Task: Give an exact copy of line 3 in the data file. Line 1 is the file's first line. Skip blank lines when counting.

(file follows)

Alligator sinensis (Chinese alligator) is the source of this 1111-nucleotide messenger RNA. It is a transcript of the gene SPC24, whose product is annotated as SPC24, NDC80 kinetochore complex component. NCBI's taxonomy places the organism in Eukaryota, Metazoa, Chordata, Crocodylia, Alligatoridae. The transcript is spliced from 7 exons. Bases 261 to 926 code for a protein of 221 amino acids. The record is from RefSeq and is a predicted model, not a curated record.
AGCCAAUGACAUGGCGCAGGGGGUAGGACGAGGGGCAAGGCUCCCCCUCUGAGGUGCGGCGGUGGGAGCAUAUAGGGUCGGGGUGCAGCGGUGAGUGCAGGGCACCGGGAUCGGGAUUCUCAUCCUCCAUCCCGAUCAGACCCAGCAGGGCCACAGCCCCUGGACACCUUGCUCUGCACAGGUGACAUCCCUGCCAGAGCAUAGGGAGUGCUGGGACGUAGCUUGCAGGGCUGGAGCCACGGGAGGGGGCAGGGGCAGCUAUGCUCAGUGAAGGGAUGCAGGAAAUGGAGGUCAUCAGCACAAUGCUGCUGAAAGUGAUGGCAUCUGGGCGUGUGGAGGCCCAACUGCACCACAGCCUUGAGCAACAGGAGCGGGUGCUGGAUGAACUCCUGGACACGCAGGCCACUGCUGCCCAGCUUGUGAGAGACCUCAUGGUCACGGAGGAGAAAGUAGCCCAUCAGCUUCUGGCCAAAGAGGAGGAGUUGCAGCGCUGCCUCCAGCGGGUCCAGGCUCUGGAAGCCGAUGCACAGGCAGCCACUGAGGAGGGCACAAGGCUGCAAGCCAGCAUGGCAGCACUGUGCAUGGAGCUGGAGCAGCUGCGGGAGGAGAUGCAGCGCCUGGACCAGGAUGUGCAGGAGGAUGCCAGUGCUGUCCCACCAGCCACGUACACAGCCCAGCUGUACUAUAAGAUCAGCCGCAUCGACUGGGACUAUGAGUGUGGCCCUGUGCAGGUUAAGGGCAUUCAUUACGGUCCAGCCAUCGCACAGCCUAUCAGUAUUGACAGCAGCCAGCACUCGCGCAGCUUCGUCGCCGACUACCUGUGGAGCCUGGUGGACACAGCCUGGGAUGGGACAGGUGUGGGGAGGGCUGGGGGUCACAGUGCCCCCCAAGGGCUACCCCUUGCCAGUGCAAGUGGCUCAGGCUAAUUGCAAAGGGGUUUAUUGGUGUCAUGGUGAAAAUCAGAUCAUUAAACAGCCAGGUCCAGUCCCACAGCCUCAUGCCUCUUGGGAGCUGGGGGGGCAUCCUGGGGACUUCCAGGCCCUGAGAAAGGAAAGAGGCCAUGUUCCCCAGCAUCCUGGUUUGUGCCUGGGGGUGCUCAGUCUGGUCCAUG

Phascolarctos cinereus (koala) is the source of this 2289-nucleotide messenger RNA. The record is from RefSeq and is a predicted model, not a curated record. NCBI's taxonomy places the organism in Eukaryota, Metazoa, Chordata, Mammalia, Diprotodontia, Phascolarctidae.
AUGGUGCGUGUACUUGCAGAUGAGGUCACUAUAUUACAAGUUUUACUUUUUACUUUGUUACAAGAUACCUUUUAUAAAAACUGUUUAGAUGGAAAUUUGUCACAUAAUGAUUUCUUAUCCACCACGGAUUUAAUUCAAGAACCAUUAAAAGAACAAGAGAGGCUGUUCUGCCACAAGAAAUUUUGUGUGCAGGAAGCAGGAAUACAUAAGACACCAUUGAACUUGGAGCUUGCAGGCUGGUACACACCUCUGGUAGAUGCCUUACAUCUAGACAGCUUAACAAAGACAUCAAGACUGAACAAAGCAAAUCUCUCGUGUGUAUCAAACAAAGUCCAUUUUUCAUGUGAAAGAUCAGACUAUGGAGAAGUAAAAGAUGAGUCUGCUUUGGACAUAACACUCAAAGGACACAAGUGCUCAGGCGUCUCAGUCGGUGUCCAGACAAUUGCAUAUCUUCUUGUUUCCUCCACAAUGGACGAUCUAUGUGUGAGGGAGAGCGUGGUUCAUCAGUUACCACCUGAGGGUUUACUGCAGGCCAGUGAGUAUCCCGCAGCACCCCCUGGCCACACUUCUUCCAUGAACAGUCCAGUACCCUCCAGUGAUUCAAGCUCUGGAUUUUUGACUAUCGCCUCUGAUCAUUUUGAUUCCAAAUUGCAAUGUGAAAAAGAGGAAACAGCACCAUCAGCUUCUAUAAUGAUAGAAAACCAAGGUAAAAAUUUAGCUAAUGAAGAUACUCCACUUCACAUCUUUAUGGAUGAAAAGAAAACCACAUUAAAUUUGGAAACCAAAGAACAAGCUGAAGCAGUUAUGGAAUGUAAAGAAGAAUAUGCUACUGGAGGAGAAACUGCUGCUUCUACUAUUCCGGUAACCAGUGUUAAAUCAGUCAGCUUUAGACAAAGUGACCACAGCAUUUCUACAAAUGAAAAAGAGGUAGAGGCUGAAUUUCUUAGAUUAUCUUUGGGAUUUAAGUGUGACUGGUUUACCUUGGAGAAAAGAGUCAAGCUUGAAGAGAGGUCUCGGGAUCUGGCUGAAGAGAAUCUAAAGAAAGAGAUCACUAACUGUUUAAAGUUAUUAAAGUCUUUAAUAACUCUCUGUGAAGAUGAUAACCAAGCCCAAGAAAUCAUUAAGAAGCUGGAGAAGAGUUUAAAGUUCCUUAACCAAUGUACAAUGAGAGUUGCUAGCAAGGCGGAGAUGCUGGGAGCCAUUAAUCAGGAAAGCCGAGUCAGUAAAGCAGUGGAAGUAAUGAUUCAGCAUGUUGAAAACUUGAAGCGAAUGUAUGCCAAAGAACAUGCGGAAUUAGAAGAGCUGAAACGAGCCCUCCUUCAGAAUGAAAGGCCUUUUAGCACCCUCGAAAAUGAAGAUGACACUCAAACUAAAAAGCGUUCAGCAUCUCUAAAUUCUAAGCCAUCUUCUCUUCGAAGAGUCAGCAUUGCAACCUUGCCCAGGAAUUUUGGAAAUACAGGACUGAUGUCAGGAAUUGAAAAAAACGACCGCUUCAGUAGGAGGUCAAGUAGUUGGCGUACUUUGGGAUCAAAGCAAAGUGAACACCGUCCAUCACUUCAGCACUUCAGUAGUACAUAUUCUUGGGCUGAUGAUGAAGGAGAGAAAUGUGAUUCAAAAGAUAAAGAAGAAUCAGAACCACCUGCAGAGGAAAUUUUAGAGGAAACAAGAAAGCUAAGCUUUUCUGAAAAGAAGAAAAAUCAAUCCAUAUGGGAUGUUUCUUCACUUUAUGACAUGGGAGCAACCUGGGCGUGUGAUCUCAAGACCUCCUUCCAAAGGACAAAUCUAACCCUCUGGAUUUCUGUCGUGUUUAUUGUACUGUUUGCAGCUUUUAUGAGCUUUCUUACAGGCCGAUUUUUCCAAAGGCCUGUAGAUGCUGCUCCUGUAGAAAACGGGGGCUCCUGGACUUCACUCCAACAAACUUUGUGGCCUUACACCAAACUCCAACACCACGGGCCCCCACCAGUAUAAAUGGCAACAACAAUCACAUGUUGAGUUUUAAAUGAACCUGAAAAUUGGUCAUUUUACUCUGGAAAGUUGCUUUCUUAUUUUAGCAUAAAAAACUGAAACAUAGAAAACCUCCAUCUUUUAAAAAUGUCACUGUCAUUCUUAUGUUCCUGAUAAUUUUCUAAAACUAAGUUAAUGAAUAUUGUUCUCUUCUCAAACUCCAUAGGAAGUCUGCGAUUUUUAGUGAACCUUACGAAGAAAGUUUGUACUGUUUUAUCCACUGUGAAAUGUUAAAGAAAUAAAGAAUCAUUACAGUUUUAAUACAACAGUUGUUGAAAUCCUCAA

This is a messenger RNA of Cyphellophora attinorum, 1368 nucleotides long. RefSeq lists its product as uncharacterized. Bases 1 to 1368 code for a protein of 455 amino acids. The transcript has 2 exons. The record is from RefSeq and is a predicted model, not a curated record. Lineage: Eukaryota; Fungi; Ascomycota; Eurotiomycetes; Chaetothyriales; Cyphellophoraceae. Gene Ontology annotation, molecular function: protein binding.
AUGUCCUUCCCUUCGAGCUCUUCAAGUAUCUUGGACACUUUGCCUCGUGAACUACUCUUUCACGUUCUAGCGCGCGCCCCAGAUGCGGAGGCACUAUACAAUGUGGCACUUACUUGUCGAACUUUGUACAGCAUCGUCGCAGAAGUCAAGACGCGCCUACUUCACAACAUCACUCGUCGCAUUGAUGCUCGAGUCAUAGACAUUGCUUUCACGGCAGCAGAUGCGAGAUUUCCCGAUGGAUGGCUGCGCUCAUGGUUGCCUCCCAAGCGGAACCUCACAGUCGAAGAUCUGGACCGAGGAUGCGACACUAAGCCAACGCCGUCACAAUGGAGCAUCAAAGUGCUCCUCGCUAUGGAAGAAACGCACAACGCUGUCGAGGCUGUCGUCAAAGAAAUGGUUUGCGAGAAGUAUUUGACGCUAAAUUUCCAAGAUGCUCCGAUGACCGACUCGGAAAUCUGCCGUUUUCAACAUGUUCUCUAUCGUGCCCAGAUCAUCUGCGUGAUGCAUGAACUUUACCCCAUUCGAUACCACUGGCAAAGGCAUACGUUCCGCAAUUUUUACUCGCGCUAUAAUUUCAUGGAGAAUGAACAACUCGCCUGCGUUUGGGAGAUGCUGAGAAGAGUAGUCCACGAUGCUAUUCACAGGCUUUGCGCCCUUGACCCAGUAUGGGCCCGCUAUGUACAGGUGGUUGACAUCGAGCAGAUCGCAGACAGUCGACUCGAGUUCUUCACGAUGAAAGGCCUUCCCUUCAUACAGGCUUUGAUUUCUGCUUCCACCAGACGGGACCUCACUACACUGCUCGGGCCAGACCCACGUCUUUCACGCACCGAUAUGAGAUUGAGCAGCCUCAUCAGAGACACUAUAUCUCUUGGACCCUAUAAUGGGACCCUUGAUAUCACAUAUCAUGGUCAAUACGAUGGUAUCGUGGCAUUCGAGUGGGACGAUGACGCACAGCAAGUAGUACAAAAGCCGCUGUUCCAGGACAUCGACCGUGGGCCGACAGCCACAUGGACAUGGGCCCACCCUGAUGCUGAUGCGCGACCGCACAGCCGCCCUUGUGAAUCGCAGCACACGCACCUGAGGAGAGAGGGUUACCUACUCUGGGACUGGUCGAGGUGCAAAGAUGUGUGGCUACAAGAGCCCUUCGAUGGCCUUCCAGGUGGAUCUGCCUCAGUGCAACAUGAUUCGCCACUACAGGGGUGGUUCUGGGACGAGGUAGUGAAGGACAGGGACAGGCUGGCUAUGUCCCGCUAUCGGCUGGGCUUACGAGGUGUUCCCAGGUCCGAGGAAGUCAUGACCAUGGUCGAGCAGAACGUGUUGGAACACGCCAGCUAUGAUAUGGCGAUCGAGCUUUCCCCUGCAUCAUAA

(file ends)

Phascolarctos cinereus (koala) is the source of this 2289-nucleotide messenger RNA. The record is from RefSeq and is a predicted model, not a curated record. NCBI's taxonomy places the organism in Eukaryota, Metazoa, Chordata, Mammalia, Diprotodontia, Phascolarctidae.